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What Hurts Your Credit Score? Here Are 11 Things to Watch For

Securing a good credit score isn’t just about doing certain things right. You also need to know what not to do.

June 15, 2022

Whether your credit score is lower than you’d like or you just want to do everything in your power to keep it high, knowledge is key. So it’s important to know what hurts your credit score. Even if you feel pretty knowledgeable about how credit scoring works, there may be a few crucial factors you haven’t considered.

We’ve pulled together 11 things that hurt your credit score to help you avoid the most costly mistakes.

Credit scores: A quick primer

Before we dive too deep into what hurts your credit score, it’s important to clarify a few things about how credit scoring works.

First, you don’t have one single credit score. There are two principal credit scoring agencies (FICO® Score and VantageScore), and they both use a variety of credit scoring models. For instance, there are 16 different versions of the FICO Score. 

Although there are many similarities, different models may consider slightly different factors or weigh these factors differently. 

Plus, not all lenders report to all credit bureaus (i.e., Experian™, Equifax™ and TransUnion™), which can result in you having varying scores.

In this article, we’ll be focusing on FICO, and helpfully, FICO provides an exact breakdown of how it weighs different factors when calculating credit scores:

  • 35%:Payment history

  • 30%:Amounts owed

  • 15%: Length of credit history

  • 10%:Credit mix

  • 10%: New credit

What hurts your credit score?

Now that you’ve seen the five underlying factors that affect your credit score, let’s put them into context by looking at what things can hurt your score.

1. Missed or late payments

Payment history accounts for 35% of your credit score, making it the single most important factor. This is why missed payments and late payments can have such an impact on your score.

As long as you pay your bills on time each month, you’ll build up a strong payment history over time and boost your chances of a high credit score. But if you pay late or not at all, your score could take a hit. And if you go long enough without paying, the consequences can be even worse — as you’ll soon see.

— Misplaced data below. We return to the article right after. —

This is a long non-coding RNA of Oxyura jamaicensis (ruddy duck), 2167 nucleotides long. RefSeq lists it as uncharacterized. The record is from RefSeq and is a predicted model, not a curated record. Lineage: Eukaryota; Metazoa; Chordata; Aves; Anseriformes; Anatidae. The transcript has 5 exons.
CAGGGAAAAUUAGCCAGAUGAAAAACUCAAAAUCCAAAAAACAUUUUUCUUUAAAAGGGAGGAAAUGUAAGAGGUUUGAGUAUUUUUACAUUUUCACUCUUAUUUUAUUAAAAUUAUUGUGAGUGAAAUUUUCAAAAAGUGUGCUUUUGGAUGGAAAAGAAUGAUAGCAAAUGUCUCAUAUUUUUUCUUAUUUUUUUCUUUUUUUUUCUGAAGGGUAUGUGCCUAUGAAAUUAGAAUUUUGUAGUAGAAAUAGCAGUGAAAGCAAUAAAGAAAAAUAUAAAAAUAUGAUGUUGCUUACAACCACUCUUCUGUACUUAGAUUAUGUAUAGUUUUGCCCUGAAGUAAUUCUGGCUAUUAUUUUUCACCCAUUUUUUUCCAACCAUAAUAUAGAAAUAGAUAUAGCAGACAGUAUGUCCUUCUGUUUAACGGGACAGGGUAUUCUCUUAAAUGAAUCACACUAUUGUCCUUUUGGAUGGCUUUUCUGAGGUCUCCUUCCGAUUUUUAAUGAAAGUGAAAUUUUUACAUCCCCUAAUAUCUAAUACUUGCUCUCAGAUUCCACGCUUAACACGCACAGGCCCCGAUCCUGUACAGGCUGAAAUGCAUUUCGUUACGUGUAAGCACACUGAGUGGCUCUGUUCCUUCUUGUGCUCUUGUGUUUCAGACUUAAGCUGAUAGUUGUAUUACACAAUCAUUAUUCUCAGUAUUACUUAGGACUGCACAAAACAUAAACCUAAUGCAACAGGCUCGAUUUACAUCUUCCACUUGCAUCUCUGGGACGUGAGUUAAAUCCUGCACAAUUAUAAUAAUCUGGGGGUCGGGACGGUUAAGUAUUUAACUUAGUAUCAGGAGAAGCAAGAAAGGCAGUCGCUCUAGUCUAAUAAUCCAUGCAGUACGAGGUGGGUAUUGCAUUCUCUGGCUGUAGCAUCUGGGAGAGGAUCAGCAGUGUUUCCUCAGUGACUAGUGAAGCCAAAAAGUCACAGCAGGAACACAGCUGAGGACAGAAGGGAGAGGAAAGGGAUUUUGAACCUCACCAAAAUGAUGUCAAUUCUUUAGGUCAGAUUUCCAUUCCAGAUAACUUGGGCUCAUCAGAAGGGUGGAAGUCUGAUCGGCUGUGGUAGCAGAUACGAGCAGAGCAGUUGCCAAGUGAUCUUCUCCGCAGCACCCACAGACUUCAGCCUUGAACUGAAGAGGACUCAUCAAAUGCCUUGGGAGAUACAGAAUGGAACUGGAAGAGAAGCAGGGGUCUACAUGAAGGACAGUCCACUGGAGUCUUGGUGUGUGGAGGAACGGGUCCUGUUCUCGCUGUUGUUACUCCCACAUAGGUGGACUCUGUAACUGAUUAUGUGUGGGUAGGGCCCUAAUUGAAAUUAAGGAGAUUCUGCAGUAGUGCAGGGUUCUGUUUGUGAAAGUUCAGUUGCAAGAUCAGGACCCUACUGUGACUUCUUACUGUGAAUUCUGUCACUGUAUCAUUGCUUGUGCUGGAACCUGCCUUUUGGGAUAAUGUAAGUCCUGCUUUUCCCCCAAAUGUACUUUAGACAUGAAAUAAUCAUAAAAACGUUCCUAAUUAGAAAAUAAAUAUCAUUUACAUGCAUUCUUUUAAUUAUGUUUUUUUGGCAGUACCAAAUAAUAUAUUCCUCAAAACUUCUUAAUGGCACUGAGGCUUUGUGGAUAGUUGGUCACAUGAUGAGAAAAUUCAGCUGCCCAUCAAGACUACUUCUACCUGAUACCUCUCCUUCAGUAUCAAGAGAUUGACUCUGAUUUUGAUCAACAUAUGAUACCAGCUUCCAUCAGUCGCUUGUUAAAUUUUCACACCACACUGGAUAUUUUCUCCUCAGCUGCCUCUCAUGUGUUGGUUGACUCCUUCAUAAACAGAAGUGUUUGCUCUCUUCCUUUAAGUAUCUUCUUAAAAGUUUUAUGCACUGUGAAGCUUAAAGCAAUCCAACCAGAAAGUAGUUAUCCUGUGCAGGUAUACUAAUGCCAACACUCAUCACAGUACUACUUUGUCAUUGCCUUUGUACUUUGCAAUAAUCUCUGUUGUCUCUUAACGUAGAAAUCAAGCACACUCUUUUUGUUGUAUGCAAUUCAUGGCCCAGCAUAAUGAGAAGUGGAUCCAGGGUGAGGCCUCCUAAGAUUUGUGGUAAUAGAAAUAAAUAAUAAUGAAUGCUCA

2. Accounts sent to collections

If you fail to make your payments for long enough, your credit card issuer may decide to send your account to collections. This means an outside debt collector will become responsible for collecting the money you owe. It’s a stressful experience, and it can hurt your credit score, too.

3. Charge-offs

When it comes to credit cards, there’s another possibility if you keep missing your payments: A charge-off. This effectively means a creditor thinks you won’t pay what you owe on the account, so they write it off as a loss and close it. 

Charge-offs typically happen after about six months of non-payment. Charge-offs can negatively impact your payment history credit scoring factor. And unfortunately, you’ll still have to pay the debt.

4. High credit utilization

Amounts owed is another vital aspect of your credit score, so it’s good to keep an eye on your credit utilization ratio — the share of available credit you’re using each month.

Your credit utilization rate should be below 30%, and the lower, the better. To achieve this, try to minimize the balances on your credit lines and consider asking for a higher credit limit. 

The higher your utilization rate, the more likely your credit score is to take a hit.

5. Exceeding credit limits

We’ve established that you should keep your credit utilization below 30%, but what happens if you go all the way up to 100% or even higher?

It’s possible to exceed your credit limit if you opt in to over-limit protection. Over-limit protection means you won’t have a purchase declined if you’re over your limit. However, exceeding your credit limit may make it easier for you to accumulate credit card debt and may hurt your credit score. Plus, it can result in extra penalties, depending on your credit card’s terms.